In its first 17 months of the Aquino administration, the DND spent Php33.596 billion to boost the AFP’s internal security and territorial defense capability.  The bulk of the budget was supposed to be earmarked for projects for the use by the PAF and the Philippine Navy (PN), specifically for the purchase of materiel for “joint maritime surveillance, defense, and interdiction operations in the South China Sea.” In October 2011, Voltaire Gazmin released the Defense Planning Guidance (2013-2018), restructuring the AFP to a “lean but fully capable” armed forces to confront the challenges to the country’s territorial integrity and maritime security. The Philippines’ immediate territorial defense goal is to establish a modest but “comprehensive border protection program” centered around the surveillance, deterrence, and border patrol capabilities of the PAF, the PN, and the Philippine Coast Guard (PSG). The long-term goal, according to the earlier 2011 AFP’s Strategic Intent, is to develop the force structure and capabilities enabling the Philippine military to maintain a “credible deterrent posture against foreign intrusion or external aggression, and other illegal activities while allowing free navigation to prosper.”

Deep into 2015, however, the AFP has only acquired two former U.S. Coast Guard Cutters (The BRP Gregorio Del Pilar and the BRP Alcaraz) and a contract for the acquisition of 12 F/A-50 multi-purpose fighter planes from South Korea to be delivered in 2016.  The DND is still looking at the offers by South Korea and Spain to supply two brand new frigates for the Philippine Navy’s Desired Force Mix—a naval acquisition program aimed to give the navy some limited anti-air/anti-submarine capabilities.  However, the project has been in the pipe-line for the last two years because the PN is in quandary whether it will acquire cheaper second-hand ships or the more expensive newly constructed vessels.

Despite the initial acquisition of six Multi-Purpose Attack Crafts (MPACs) for the PN, the DND postponed its purchase of missile-armed MPAC until such time when the Department of Budget and Management has released the funds for the implementation of this project.  As the International Institute for International and Strategic Studies’ (IISS) 2012 Military Balance prophetically noted: “President Aquino vowed that the Philippines would provide a stronger military defense for its South China Sea claims, this promise may have been aspirational rather than grounded in concrete policy-making or budgetary provision.”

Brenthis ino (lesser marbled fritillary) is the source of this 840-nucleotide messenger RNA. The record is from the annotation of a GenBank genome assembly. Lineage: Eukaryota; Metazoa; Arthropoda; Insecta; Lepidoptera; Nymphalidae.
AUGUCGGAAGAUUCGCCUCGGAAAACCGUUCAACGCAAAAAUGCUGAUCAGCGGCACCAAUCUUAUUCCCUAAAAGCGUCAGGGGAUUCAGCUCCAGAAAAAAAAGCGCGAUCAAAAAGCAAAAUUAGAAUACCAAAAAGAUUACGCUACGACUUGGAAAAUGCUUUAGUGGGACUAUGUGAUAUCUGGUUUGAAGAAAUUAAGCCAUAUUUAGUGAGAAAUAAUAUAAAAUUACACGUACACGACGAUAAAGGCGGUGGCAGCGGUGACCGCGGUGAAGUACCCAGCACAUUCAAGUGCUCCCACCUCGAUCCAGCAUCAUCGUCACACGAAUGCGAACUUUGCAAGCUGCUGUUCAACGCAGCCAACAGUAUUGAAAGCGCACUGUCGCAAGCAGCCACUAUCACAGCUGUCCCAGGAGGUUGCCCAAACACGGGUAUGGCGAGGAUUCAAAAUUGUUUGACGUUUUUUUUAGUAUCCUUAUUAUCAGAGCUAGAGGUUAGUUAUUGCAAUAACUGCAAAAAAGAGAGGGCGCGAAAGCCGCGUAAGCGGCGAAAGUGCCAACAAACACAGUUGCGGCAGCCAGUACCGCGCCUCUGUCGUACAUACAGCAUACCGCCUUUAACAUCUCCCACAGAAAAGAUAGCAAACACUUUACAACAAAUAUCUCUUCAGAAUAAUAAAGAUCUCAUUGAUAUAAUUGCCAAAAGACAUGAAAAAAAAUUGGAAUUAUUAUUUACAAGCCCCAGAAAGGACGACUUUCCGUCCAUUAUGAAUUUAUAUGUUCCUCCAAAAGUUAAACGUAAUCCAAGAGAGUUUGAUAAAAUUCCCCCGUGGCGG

The DND’s decision to scrap the SBMS reflects the apparent defect of the Aquino administration’s 2011 knee-jerk decision to shift the AFP’s focus from internal security to territorial/maritime defense.  One Filipino legislator noted that since the decision was a not a product of a long-term strategic planning, “military purchases and deployments had become erratic or wishy-washy, where a single official could amend strategy based solely on perception and through deliberation.”  Another Filipino legislator quirked “that it was unusual for the AFP to prioritize internal threats when its main responsibility was to protect the country from foreign incursions, like China’s (naval) build-up in the disputed waters.” A former air force officer turned legislator questioned the dramatic change in the military’s priority when he asked the DND and the AFP to explain “why they dropped the missile purchase because their justification – increased threat from terrorists – was too flimsy to justify drastic change in (arms) acquisition.”

Stung by criticism from the Filipino legislators, a Philippine Army spokesperson said that the SMBS project was not scrapped by merely moved into the second horizon or phase of the AFP Modernization Program (2016-2022). This means the missile system will be purchased and installed by the AFP after President Aquino’s term ends in 2016. Thus, the SMBS project, along with other planned acquisitions for the PAF and the PN, is practically “dead in the water” for the time being.

Dr. Renato Cruz De Castro is a professor in the International Studies Department, De La Salle University, Manila, and the holder of the Charles Lui Chi Keung Professorial Chair in China Studies. He was the U.S. State Department ASEAN Research Fellow from the Philippines.